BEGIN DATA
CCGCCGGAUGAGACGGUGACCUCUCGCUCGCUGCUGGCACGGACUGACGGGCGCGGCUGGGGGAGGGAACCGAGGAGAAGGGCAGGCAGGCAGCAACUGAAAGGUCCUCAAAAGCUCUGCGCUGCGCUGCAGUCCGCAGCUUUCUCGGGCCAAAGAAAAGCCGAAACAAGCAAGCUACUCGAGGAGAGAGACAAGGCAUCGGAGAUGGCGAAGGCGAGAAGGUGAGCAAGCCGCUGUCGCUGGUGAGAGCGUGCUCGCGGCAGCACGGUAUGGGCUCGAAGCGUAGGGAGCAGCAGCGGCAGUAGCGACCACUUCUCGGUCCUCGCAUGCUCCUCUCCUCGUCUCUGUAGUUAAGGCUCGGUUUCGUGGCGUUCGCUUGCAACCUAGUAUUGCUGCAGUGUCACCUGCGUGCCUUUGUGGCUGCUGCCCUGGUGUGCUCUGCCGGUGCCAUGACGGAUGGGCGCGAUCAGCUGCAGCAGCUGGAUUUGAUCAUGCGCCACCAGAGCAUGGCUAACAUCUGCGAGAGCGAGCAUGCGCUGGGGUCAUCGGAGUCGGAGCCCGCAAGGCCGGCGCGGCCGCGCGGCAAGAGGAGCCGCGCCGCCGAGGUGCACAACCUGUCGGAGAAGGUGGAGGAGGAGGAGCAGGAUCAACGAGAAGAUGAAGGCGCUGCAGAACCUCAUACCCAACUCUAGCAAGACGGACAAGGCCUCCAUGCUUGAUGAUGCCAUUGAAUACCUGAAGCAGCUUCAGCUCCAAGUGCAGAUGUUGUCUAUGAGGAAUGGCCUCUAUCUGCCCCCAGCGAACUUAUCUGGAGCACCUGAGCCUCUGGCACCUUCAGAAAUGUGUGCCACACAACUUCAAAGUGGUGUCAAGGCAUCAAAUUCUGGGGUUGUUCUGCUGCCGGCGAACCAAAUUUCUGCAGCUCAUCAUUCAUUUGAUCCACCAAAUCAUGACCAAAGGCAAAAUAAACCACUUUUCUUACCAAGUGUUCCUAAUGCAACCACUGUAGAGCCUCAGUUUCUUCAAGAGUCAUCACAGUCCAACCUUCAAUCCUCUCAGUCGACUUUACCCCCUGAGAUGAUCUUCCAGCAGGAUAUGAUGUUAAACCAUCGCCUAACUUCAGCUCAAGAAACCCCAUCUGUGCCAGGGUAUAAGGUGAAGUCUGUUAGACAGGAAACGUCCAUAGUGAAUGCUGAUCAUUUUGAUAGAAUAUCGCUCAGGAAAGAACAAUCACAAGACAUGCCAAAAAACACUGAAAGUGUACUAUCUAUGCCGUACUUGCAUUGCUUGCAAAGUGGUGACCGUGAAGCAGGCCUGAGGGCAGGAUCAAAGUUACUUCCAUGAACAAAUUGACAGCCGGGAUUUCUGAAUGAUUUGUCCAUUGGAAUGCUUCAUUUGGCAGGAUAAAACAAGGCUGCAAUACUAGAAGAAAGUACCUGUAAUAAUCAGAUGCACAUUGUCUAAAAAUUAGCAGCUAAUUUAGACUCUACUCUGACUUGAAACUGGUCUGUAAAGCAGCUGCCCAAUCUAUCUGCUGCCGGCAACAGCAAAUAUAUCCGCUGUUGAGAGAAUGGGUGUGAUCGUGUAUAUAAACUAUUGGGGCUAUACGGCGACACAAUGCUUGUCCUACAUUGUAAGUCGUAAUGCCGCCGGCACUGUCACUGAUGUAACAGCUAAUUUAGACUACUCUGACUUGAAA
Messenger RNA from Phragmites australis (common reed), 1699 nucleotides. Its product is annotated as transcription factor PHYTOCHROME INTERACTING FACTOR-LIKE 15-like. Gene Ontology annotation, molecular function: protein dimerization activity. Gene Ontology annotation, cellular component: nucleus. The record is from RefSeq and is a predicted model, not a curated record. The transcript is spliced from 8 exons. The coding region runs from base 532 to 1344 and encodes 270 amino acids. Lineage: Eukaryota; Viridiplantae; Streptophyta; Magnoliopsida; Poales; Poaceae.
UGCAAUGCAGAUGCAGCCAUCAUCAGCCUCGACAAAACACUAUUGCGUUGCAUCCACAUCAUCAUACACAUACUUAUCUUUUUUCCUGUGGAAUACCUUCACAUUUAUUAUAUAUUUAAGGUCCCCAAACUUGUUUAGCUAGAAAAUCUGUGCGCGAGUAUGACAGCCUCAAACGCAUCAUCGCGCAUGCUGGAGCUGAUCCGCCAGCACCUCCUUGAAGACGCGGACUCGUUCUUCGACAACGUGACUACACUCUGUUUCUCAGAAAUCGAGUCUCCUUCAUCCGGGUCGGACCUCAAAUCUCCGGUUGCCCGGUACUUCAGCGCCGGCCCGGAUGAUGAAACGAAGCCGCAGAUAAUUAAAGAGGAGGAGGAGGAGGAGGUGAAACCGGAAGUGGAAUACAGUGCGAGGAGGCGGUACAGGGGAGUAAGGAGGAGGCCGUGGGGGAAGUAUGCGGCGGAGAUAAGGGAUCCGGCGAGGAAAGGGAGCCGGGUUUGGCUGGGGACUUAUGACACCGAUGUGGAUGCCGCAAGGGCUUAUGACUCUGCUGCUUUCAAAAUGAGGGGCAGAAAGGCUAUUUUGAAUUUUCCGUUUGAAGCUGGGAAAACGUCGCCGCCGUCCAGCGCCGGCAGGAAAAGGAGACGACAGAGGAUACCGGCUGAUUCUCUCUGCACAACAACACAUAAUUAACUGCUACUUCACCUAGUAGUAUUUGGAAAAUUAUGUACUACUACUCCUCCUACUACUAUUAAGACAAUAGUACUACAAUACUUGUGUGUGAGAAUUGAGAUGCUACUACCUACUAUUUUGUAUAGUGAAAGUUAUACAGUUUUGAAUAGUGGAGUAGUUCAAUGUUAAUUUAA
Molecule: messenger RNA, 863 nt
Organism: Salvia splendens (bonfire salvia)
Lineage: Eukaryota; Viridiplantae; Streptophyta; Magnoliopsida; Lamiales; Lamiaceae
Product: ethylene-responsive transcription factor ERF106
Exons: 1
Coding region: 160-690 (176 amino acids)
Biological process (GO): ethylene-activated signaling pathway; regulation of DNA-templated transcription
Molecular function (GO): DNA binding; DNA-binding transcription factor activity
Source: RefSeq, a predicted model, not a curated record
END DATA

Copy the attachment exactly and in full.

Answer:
CCGCCGGAUGAGACGGUGACCUCUCGCUCGCUGCUGGCACGGACUGACGGGCGCGGCUGGGGGAGGGAACCGAGGAGAAGGGCAGGCAGGCAGCAACUGAAAGGUCCUCAAAAGCUCUGCGCUGCGCUGCAGUCCGCAGCUUUCUCGGGCCAAAGAAAAGCCGAAACAAGCAAGCUACUCGAGGAGAGAGACAAGGCAUCGGAGAUGGCGAAGGCGAGAAGGUGAGCAAGCCGCUGUCGCUGGUGAGAGCGUGCUCGCGGCAGCACGGUAUGGGCUCGAAGCGUAGGGAGCAGCAGCGGCAGUAGCGACCACUUCUCGGUCCUCGCAUGCUCCUCUCCUCGUCUCUGUAGUUAAGGCUCGGUUUCGUGGCGUUCGCUUGCAACCUAGUAUUGCUGCAGUGUCACCUGCGUGCCUUUGUGGCUGCUGCCCUGGUGUGCUCUGCCGGUGCCAUGACGGAUGGGCGCGAUCAGCUGCAGCAGCUGGAUUUGAUCAUGCGCCACCAGAGCAUGGCUAACAUCUGCGAGAGCGAGCAUGCGCUGGGGUCAUCGGAGUCGGAGCCCGCAAGGCCGGCGCGGCCGCGCGGCAAGAGGAGCCGCGCCGCCGAGGUGCACAACCUGUCGGAGAAGGUGGAGGAGGAGGAGCAGGAUCAACGAGAAGAUGAAGGCGCUGCAGAACCUCAUACCCAACUCUAGCAAGACGGACAAGGCCUCCAUGCUUGAUGAUGCCAUUGAAUACCUGAAGCAGCUUCAGCUCCAAGUGCAGAUGUUGUCUAUGAGGAAUGGCCUCUAUCUGCCCCCAGCGAACUUAUCUGGAGCACCUGAGCCUCUGGCACCUUCAGAAAUGUGUGCCACACAACUUCAAAGUGGUGUCAAGGCAUCAAAUUCUGGGGUUGUUCUGCUGCCGGCGAACCAAAUUUCUGCAGCUCAUCAUUCAUUUGAUCCACCAAAUCAUGACCAAAGGCAAAAUAAACCACUUUUCUUACCAAGUGUUCCUAAUGCAACCACUGUAGAGCCUCAGUUUCUUCAAGAGUCAUCACAGUCCAACCUUCAAUCCUCUCAGUCGACUUUACCCCCUGAGAUGAUCUUCCAGCAGGAUAUGAUGUUAAACCAUCGCCUAACUUCAGCUCAAGAAACCCCAUCUGUGCCAGGGUAUAAGGUGAAGUCUGUUAGACAGGAAACGUCCAUAGUGAAUGCUGAUCAUUUUGAUAGAAUAUCGCUCAGGAAAGAACAAUCACAAGACAUGCCAAAAAACACUGAAAGUGUACUAUCUAUGCCGUACUUGCAUUGCUUGCAAAGUGGUGACCGUGAAGCAGGCCUGAGGGCAGGAUCAAAGUUACUUCCAUGAACAAAUUGACAGCCGGGAUUUCUGAAUGAUUUGUCCAUUGGAAUGCUUCAUUUGGCAGGAUAAAACAAGGCUGCAAUACUAGAAGAAAGUACCUGUAAUAAUCAGAUGCACAUUGUCUAAAAAUUAGCAGCUAAUUUAGACUCUACUCUGACUUGAAACUGGUCUGUAAAGCAGCUGCCCAAUCUAUCUGCUGCCGGCAACAGCAAAUAUAUCCGCUGUUGAGAGAAUGGGUGUGAUCGUGUAUAUAAACUAUUGGGGCUAUACGGCGACACAAUGCUUGUCCUACAUUGUAAGUCGUAAUGCCGCCGGCACUGUCACUGAUGUAACAGCUAAUUUAGACUACUCUGACUUGAAA
Messenger RNA from Phragmites australis (common reed), 1699 nucleotides. Its product is annotated as transcription factor PHYTOCHROME INTERACTING FACTOR-LIKE 15-like. Gene Ontology annotation, molecular function: protein dimerization activity. Gene Ontology annotation, cellular component: nucleus. The record is from RefSeq and is a predicted model, not a curated record. The transcript is spliced from 8 exons. The coding region runs from base 532 to 1344 and encodes 270 amino acids. Lineage: Eukaryota; Viridiplantae; Streptophyta; Magnoliopsida; Poales; Poaceae.
UGCAAUGCAGAUGCAGCCAUCAUCAGCCUCGACAAAACACUAUUGCGUUGCAUCCACAUCAUCAUACACAUACUUAUCUUUUUUCCUGUGGAAUACCUUCACAUUUAUUAUAUAUUUAAGGUCCCCAAACUUGUUUAGCUAGAAAAUCUGUGCGCGAGUAUGACAGCCUCAAACGCAUCAUCGCGCAUGCUGGAGCUGAUCCGCCAGCACCUCCUUGAAGACGCGGACUCGUUCUUCGACAACGUGACUACACUCUGUUUCUCAGAAAUCGAGUCUCCUUCAUCCGGGUCGGACCUCAAAUCUCCGGUUGCCCGGUACUUCAGCGCCGGCCCGGAUGAUGAAACGAAGCCGCAGAUAAUUAAAGAGGAGGAGGAGGAGGAGGUGAAACCGGAAGUGGAAUACAGUGCGAGGAGGCGGUACAGGGGAGUAAGGAGGAGGCCGUGGGGGAAGUAUGCGGCGGAGAUAAGGGAUCCGGCGAGGAAAGGGAGCCGGGUUUGGCUGGGGACUUAUGACACCGAUGUGGAUGCCGCAAGGGCUUAUGACUCUGCUGCUUUCAAAAUGAGGGGCAGAAAGGCUAUUUUGAAUUUUCCGUUUGAAGCUGGGAAAACGUCGCCGCCGUCCAGCGCCGGCAGGAAAAGGAGACGACAGAGGAUACCGGCUGAUUCUCUCUGCACAACAACACAUAAUUAACUGCUACUUCACCUAGUAGUAUUUGGAAAAUUAUGUACUACUACUCCUCCUACUACUAUUAAGACAAUAGUACUACAAUACUUGUGUGUGAGAAUUGAGAUGCUACUACCUACUAUUUUGUAUAGUGAAAGUUAUACAGUUUUGAAUAGUGGAGUAGUUCAAUGUUAAUUUAA
Molecule: messenger RNA, 863 nt
Organism: Salvia splendens (bonfire salvia)
Lineage: Eukaryota; Viridiplantae; Streptophyta; Magnoliopsida; Lamiales; Lamiaceae
Product: ethylene-responsive transcription factor ERF106
Exons: 1
Coding region: 160-690 (176 amino acids)
Biological process (GO): ethylene-activated signaling pathway; regulation of DNA-templated transcription
Molecular function (GO): DNA binding; DNA-binding transcription factor activity
Source: RefSeq, a predicted model, not a curated record